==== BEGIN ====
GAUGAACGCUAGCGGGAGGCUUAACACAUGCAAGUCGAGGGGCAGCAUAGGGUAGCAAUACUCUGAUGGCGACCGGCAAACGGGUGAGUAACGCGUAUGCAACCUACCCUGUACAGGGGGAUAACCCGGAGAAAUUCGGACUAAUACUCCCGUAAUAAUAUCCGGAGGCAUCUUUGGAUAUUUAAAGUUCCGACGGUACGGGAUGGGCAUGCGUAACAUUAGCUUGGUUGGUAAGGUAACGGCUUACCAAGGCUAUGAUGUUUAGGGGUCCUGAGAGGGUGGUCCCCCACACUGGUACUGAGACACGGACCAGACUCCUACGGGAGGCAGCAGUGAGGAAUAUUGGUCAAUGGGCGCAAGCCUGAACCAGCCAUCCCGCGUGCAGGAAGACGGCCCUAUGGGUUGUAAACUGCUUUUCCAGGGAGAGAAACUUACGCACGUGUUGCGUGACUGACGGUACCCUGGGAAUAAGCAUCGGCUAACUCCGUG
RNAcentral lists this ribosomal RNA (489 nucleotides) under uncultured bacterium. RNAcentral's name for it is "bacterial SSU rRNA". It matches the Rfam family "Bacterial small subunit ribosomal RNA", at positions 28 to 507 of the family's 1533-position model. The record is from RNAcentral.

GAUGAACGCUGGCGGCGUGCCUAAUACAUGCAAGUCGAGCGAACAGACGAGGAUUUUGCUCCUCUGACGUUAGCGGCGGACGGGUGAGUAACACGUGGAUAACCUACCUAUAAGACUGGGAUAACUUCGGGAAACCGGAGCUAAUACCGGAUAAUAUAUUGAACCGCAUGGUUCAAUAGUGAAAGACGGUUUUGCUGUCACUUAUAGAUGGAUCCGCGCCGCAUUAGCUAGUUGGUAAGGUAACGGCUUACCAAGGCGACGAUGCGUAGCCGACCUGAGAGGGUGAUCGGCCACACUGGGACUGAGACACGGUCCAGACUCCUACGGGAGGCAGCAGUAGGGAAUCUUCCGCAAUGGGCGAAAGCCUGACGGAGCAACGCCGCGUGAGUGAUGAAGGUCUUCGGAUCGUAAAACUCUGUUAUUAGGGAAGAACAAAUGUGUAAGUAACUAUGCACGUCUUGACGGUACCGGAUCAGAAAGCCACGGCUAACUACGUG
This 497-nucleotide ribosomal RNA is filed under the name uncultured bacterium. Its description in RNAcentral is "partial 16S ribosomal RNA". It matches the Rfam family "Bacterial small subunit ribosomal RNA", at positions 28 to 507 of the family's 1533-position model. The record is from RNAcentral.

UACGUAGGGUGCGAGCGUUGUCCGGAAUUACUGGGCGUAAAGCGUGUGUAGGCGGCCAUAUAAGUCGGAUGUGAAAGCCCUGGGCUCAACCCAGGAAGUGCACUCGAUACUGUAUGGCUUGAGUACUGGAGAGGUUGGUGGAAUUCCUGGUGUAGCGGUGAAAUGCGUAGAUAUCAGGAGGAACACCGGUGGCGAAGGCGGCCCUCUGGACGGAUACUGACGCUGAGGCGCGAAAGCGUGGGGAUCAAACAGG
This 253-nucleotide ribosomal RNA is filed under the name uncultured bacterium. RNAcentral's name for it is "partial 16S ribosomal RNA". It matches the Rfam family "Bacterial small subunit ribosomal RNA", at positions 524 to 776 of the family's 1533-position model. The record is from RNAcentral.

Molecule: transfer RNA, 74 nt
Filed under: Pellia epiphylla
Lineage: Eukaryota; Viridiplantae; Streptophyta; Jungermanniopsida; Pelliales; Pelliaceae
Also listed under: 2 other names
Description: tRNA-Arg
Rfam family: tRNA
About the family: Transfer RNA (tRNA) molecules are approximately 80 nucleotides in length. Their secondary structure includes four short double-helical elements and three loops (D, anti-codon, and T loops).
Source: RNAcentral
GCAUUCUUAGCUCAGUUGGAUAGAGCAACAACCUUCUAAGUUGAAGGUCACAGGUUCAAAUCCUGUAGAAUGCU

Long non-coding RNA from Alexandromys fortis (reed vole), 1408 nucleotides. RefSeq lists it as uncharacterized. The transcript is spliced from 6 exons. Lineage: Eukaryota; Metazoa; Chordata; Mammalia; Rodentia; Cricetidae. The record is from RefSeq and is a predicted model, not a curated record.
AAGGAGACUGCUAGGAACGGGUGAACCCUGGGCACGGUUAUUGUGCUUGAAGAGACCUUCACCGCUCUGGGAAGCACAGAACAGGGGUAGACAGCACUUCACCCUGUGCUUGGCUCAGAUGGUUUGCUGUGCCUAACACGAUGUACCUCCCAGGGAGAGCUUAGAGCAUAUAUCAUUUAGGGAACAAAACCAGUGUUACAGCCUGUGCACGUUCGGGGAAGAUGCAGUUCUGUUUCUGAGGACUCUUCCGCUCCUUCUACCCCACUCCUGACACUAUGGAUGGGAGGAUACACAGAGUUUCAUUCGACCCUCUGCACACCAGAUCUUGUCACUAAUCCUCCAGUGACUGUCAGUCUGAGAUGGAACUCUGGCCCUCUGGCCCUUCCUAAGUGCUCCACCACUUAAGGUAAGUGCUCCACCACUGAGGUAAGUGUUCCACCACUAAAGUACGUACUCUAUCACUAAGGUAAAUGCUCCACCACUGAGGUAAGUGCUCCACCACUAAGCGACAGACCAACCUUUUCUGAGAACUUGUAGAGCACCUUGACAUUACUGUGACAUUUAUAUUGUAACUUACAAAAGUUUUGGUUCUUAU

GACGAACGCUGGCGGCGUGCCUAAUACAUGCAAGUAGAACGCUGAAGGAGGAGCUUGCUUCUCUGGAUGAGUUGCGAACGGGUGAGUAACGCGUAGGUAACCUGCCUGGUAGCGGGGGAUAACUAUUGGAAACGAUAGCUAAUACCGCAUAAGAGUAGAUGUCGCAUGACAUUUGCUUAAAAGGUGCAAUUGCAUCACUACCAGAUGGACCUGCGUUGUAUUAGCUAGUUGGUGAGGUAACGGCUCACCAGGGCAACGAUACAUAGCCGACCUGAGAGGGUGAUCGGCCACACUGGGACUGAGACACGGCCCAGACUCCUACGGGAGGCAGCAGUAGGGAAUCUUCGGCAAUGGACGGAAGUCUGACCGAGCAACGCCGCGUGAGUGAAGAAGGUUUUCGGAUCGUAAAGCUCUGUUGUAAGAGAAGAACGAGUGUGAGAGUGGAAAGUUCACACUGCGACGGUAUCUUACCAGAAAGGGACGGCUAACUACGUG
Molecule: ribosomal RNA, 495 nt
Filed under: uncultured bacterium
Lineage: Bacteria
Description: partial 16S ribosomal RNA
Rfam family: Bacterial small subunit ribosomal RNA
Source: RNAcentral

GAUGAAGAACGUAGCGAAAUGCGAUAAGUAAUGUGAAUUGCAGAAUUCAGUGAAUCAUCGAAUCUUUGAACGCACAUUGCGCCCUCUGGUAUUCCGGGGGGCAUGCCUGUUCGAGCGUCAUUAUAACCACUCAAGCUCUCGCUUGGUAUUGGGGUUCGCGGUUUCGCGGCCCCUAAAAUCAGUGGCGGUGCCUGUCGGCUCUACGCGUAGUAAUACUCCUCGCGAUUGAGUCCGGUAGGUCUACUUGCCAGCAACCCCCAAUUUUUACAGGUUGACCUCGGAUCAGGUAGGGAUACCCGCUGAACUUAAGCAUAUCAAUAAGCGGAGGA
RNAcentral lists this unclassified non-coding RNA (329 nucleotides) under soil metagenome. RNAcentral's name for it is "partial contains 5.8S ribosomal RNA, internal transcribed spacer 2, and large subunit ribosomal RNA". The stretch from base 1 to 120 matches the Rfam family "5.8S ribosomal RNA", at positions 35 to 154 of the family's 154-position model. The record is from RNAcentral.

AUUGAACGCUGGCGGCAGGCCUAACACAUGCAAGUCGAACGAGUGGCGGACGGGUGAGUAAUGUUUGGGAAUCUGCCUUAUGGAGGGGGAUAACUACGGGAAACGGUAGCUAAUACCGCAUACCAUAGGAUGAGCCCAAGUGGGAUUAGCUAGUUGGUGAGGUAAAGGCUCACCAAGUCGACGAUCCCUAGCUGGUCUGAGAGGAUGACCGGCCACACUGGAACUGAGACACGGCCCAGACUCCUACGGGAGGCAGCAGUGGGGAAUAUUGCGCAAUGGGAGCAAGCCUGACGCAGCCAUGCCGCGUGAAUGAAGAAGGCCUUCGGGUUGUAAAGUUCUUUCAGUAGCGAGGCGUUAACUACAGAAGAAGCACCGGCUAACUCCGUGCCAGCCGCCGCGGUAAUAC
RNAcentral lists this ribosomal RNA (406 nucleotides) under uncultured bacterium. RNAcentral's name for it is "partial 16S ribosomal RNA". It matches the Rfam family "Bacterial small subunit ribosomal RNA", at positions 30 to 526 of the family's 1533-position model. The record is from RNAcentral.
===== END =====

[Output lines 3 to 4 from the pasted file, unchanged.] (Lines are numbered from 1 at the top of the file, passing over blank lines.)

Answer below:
GAUGAACGCUGGCGGCGUGCCUAAUACAUGCAAGUCGAGCGAACAGACGAGGAUUUUGCUCCUCUGACGUUAGCGGCGGACGGGUGAGUAACACGUGGAUAACCUACCUAUAAGACUGGGAUAACUUCGGGAAACCGGAGCUAAUACCGGAUAAUAUAUUGAACCGCAUGGUUCAAUAGUGAAAGACGGUUUUGCUGUCACUUAUAGAUGGAUCCGCGCCGCAUUAGCUAGUUGGUAAGGUAACGGCUUACCAAGGCGACGAUGCGUAGCCGACCUGAGAGGGUGAUCGGCCACACUGGGACUGAGACACGGUCCAGACUCCUACGGGAGGCAGCAGUAGGGAAUCUUCCGCAAUGGGCGAAAGCCUGACGGAGCAACGCCGCGUGAGUGAUGAAGGUCUUCGGAUCGUAAAACUCUGUUAUUAGGGAAGAACAAAUGUGUAAGUAACUAUGCACGUCUUGACGGUACCGGAUCAGAAAGCCACGGCUAACUACGUG
This 497-nucleotide ribosomal RNA is filed under the name uncultured bacterium. Its description in RNAcentral is "partial 16S ribosomal RNA". It matches the Rfam family "Bacterial small subunit ribosomal RNA", at positions 28 to 507 of the family's 1533-position model. The record is from RNAcentral.